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The far right Republican wing uses the murder of two Americans at the border to fuel its anti-Mexico rhetoric | International




A Mexican soldier stands guard during the repatriation of two Americans killed in Matamoros (Tamaulipas) on January 9.
A Mexican soldier stands guard during the repatriation of two Americans killed in Matamoros (Tamaulipas) on January 9.DANIEL BECERRIL (REUTERS)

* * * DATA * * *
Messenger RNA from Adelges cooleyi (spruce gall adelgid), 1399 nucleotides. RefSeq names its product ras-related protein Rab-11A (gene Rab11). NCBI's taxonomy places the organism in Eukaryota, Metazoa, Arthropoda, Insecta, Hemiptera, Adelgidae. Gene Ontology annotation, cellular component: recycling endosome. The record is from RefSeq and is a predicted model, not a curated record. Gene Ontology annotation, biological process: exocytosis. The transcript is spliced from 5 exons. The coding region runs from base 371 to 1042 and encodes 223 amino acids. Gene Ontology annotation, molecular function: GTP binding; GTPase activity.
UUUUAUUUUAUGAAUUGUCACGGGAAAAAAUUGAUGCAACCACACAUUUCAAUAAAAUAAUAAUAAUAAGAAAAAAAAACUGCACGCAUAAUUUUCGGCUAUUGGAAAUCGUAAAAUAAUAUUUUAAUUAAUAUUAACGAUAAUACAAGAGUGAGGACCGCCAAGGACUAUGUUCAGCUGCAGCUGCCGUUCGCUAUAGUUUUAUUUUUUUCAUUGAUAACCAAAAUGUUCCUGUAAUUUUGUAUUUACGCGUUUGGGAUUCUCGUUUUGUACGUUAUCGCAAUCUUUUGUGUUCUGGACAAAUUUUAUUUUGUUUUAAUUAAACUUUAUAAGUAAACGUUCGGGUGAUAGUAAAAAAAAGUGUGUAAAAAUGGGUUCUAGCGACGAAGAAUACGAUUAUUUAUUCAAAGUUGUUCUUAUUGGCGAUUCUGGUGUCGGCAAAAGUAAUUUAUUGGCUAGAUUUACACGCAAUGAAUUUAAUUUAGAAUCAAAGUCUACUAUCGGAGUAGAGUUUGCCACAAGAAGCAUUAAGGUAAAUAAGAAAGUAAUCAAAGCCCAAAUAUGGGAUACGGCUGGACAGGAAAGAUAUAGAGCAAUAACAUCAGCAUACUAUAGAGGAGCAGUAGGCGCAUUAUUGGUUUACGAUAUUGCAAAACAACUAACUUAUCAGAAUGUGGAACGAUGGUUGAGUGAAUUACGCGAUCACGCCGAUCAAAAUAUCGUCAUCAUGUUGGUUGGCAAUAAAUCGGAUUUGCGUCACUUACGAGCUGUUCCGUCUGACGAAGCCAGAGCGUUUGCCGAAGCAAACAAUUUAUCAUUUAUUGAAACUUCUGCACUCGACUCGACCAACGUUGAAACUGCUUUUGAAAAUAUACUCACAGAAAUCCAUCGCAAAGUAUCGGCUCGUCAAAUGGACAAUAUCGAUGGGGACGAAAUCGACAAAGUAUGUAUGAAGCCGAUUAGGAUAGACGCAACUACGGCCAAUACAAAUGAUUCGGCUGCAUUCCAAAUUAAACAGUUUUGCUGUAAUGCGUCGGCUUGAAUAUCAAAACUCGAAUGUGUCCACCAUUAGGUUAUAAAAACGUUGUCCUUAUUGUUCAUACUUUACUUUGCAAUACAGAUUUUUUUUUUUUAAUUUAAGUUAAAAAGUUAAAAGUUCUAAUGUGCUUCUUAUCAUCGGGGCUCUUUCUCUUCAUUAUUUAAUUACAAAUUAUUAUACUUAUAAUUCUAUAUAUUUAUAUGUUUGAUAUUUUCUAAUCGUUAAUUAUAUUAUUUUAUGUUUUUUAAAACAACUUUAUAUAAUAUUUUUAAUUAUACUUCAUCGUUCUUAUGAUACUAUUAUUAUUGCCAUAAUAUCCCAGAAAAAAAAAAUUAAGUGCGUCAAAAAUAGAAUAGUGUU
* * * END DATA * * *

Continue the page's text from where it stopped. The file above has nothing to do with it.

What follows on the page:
The shockwave of images of four US citizens at the mercy of Mexican drug violence in Matamoros, one of the country’s organized crime hotspots, spread like wildfire in Washington this week – through the halls of Capitol Hill, the offices of embassies and Joe Biden’s administration and the newsrooms of the major media – to the point of provoking an escalation of the most extreme camp of the Republican Party against the Mexican government. That barrage has included accusations against Mexican President Andrés Manuel López Obrador by a former Trump-era attorney general, William Barr, for not doing enough to fight organized crime and also the response of the former, who revolted against these attacks and denounced his interventionism. “Mexico is respected, we are not a protectorate or a colony of the United States,” said López Obrador.